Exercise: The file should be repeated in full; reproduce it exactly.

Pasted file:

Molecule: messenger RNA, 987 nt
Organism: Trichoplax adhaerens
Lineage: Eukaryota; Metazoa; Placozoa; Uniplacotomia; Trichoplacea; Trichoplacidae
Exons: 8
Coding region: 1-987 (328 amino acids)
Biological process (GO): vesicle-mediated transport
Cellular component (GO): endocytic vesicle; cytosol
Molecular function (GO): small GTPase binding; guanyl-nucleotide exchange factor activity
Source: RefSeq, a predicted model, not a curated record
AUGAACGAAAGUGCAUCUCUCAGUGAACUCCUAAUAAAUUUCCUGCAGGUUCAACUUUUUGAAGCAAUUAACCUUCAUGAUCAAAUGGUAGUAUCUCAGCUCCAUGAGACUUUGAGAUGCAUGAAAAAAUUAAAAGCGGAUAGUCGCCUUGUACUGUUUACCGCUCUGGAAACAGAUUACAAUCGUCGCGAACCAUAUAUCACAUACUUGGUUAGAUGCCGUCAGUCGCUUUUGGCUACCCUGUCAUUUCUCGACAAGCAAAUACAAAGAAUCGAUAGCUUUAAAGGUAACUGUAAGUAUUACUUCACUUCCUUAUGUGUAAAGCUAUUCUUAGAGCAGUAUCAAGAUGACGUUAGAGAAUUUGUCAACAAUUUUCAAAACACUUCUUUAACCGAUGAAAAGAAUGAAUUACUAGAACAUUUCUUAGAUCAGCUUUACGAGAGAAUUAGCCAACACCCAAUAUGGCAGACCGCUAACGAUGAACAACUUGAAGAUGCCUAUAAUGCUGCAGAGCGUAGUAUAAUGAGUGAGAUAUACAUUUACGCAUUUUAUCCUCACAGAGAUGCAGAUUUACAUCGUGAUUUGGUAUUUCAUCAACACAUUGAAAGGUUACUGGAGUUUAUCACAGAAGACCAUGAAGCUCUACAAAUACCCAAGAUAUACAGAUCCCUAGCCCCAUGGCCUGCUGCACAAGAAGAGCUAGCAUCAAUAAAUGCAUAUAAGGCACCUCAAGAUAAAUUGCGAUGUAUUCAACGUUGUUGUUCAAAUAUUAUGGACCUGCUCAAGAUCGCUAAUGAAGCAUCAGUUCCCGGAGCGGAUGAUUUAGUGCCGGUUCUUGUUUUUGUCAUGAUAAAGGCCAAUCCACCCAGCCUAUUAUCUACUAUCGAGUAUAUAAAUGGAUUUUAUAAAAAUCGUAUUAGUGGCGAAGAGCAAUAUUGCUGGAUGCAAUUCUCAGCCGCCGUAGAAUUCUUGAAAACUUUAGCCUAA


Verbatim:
Molecule: messenger RNA, 987 nt
Organism: Trichoplax adhaerens
Lineage: Eukaryota; Metazoa; Placozoa; Uniplacotomia; Trichoplacea; Trichoplacidae
Exons: 8
Coding region: 1-987 (328 amino acids)
Biological process (GO): vesicle-mediated transport
Cellular component (GO): endocytic vesicle; cytosol
Molecular function (GO): small GTPase binding; guanyl-nucleotide exchange factor activity
Source: RefSeq, a predicted model, not a curated record
AUGAACGAAAGUGCAUCUCUCAGUGAACUCCUAAUAAAUUUCCUGCAGGUUCAACUUUUUGAAGCAAUUAACCUUCAUGAUCAAAUGGUAGUAUCUCAGCUCCAUGAGACUUUGAGAUGCAUGAAAAAAUUAAAAGCGGAUAGUCGCCUUGUACUGUUUACCGCUCUGGAAACAGAUUACAAUCGUCGCGAACCAUAUAUCACAUACUUGGUUAGAUGCCGUCAGUCGCUUUUGGCUACCCUGUCAUUUCUCGACAAGCAAAUACAAAGAAUCGAUAGCUUUAAAGGUAACUGUAAGUAUUACUUCACUUCCUUAUGUGUAAAGCUAUUCUUAGAGCAGUAUCAAGAUGACGUUAGAGAAUUUGUCAACAAUUUUCAAAACACUUCUUUAACCGAUGAAAAGAAUGAAUUACUAGAACAUUUCUUAGAUCAGCUUUACGAGAGAAUUAGCCAACACCCAAUAUGGCAGACCGCUAACGAUGAACAACUUGAAGAUGCCUAUAAUGCUGCAGAGCGUAGUAUAAUGAGUGAGAUAUACAUUUACGCAUUUUAUCCUCACAGAGAUGCAGAUUUACAUCGUGAUUUGGUAUUUCAUCAACACAUUGAAAGGUUACUGGAGUUUAUCACAGAAGACCAUGAAGCUCUACAAAUACCCAAGAUAUACAGAUCCCUAGCCCCAUGGCCUGCUGCACAAGAAGAGCUAGCAUCAAUAAAUGCAUAUAAGGCACCUCAAGAUAAAUUGCGAUGUAUUCAACGUUGUUGUUCAAAUAUUAUGGACCUGCUCAAGAUCGCUAAUGAAGCAUCAGUUCCCGGAGCGGAUGAUUUAGUGCCGGUUCUUGUUUUUGUCAUGAUAAAGGCCAAUCCACCCAGCCUAUUAUCUACUAUCGAGUAUAUAAAUGGAUUUUAUAAAAAUCGUAUUAGUGGCGAAGAGCAAUAUUGCUGGAUGCAAUUCUCAGCCGCCGUAGAAUUCUUGAAAACUUUAGCCUAA